With a rapidly increasing population, a shortage of fresh water and vulnerability to rising sea levels on its low-lying islands, Kiribati faces a number of challenges when it comes to water and sanitation. It also has high infant mortality and high unemployment rate, both factors that can influence potential economic prosperity.
The governments of Australia and Kiribati understand that reduced child health can impact upon education opportunities, and in turn, the country’s prosperity. So, when the Australian Government funded, Coffey-managed Kiribati Education Improvement Program was established in 2011, access to sanitation was incorporated into the program’s infrastructure projects through the Primary School Rehabilitation Plan.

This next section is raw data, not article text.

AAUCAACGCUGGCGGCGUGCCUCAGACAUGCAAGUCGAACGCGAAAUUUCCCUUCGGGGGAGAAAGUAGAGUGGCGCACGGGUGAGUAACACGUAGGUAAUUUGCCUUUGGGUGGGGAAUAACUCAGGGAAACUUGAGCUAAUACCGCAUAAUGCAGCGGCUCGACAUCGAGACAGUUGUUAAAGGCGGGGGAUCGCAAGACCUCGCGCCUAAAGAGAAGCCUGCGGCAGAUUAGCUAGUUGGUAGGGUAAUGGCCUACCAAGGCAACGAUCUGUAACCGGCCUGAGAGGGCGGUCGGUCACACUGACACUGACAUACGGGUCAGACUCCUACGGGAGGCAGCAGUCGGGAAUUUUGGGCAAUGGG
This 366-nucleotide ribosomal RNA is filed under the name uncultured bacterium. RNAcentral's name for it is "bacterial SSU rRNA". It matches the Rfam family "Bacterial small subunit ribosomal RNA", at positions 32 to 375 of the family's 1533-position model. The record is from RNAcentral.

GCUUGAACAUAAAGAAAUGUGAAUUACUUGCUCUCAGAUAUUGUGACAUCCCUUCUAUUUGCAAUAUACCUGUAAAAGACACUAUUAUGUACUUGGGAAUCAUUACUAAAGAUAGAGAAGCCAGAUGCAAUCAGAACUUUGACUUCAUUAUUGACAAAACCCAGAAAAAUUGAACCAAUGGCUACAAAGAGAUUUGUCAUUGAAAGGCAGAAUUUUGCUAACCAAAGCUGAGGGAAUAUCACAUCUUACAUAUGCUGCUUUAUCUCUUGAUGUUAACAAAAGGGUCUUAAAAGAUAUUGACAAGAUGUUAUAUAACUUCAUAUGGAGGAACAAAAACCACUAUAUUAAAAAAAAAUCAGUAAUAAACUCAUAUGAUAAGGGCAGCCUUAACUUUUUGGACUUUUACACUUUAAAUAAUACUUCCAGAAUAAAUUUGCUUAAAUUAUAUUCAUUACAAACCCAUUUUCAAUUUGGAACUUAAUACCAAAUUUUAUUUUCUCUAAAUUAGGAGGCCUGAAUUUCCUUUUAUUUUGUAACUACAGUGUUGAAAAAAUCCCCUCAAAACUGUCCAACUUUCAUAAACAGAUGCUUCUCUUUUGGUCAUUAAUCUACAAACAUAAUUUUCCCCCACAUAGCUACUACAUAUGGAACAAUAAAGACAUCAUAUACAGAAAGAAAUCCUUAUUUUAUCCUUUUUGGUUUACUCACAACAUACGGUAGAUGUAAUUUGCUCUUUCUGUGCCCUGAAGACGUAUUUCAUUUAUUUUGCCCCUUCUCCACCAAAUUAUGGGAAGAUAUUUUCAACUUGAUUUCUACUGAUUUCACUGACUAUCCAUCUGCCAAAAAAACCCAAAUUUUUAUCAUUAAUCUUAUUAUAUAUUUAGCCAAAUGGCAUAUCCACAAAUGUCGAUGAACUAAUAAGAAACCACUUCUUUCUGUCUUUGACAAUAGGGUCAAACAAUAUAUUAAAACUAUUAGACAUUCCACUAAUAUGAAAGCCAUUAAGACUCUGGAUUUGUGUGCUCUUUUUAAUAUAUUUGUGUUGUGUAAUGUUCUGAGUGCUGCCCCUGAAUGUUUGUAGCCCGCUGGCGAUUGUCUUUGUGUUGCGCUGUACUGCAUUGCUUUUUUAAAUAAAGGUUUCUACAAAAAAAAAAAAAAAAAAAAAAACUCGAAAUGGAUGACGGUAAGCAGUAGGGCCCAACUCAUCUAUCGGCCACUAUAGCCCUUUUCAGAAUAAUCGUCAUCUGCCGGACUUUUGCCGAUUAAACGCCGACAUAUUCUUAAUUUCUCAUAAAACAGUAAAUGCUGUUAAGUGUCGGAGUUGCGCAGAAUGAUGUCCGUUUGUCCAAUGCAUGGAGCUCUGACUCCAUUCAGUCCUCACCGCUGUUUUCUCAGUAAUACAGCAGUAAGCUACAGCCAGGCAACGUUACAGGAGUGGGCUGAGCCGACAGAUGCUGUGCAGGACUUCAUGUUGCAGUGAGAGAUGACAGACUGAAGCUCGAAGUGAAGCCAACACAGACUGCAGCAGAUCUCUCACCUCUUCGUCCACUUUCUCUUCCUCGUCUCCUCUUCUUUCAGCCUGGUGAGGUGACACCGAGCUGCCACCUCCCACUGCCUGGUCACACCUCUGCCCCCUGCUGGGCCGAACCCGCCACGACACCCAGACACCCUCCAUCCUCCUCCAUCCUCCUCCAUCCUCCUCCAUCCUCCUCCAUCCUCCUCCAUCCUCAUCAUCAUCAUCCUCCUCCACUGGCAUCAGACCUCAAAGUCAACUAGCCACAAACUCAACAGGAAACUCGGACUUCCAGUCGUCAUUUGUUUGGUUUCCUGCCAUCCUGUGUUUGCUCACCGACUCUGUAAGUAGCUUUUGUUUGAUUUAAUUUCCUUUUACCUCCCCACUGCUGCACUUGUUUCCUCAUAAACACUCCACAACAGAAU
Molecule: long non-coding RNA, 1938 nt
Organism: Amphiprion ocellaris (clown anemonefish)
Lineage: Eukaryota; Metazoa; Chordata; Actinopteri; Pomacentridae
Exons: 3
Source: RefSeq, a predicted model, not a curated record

Some schools have access to piped water, while others do not, particularly those in outlying islands, and so national standards were introduced to assist any school through the country to make the best use of the resources they have available to ensure all children have access to safe, easy and clean toilets and washing facilities.
At the remote Sunrise Primary School, no access to piped water means that the upgraded toilet facilities are made, using local materials and are suitable for local conditions. Children here wash their hands using plastic bottles filled with clean water along with soap.
Closer to Tawara, urban schools now have enclosed toilet blocks with piped water and washing facilities, with many of these blocks have ramps to ensure full accessibility.
Such a basic human need, now being met in Kiribati schools.